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Troubled children 'could fall through cracks' amid budget cuts, says Croydon Safeguarding Children Board chair Paull Fallon
A "toxic combination" of slashed budgets and rising demand for children's services could result in tragedy among Croydon's youngsters, the chairman of Croydon's Safeguarding Children Board has warned.
Paul Fallon, the board's independent chairman for the last three years, said there was a real risk of troubled children "falling down the cracks" as services designed to protect them were stretched.
Speaking after the board's annual report revealed a 15 per cent rise in referrals to children's social services since last year, Mr Fallon said the combination of a rising workload and declining resources made fatal failures of communication more likely.
Some 4,818 concerns over children were reported to Croydon's social services in the 12 months ending in March 2013, up from 4,177 in 2011-12.
Mr Fallon, a former director of social services in Barnet, north London, said the rise itself suggested better awareness of vulnerable children following several high-profile child deaths in the UK.
But he added: "No one is suggesting that we are getting inappropriate referrals so it is a good thing that we are getting referrals, but the important thing is that people have the capacity to respond to them.
"The problem is partly cuts. We have seen reduced resources across the piece. You can't do that cosmetically. It is going to have a knock-on impact."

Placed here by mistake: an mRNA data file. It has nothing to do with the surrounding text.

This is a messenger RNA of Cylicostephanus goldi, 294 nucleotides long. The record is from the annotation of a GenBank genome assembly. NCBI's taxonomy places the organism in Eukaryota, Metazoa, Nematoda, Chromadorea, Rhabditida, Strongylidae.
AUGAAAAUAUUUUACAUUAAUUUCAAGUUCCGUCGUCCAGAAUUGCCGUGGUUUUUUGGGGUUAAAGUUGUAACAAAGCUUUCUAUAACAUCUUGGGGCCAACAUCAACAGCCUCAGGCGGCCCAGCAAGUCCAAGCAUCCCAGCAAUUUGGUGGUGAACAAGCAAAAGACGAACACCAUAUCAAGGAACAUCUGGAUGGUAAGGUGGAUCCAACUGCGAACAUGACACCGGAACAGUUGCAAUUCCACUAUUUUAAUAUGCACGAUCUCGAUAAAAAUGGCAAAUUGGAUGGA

Croydon Council's children, families and learning department received £245.5m in Government grants last year, down from £321.8m the year before.
Further cuts are likely in 2013-14.
Mr Fallon said: "The board is about getting people to work smarter together so that the whole is greater than the sum of the parts.
"It is always very difficult, when people's budgets are reduced, to get them to focus on working together."
He added the growing workloads of schools and GPs, on which social largely depended to detect problems with at-risk children, were particularly problematic.
He also highlighted the "fragmentation" of children's services also increased the likelihood of breakdowns of communication.
Mr Fallon said: "Because of policies to contract things out, things are getting carved up into smaller and smaller pieces.
"It is a logical fact that the more agencies there are, the more difficult it is to get them to work together effectively.
"Every child death you read a report of, one of the failures is always communication - people sitting with a little bit of the jigsaw and no one putting the whole picture together and everyone assuming someone else is doing things.
"The more people there are, the more potential there is for kids to fall down the cracks in between.
He added: "There is always a risk of tragic consequences.
"Even in the most orderly local authority there is no guarantee that you are going to pick them up, so anyone who says it could not happen here is other an optimist or a fool."
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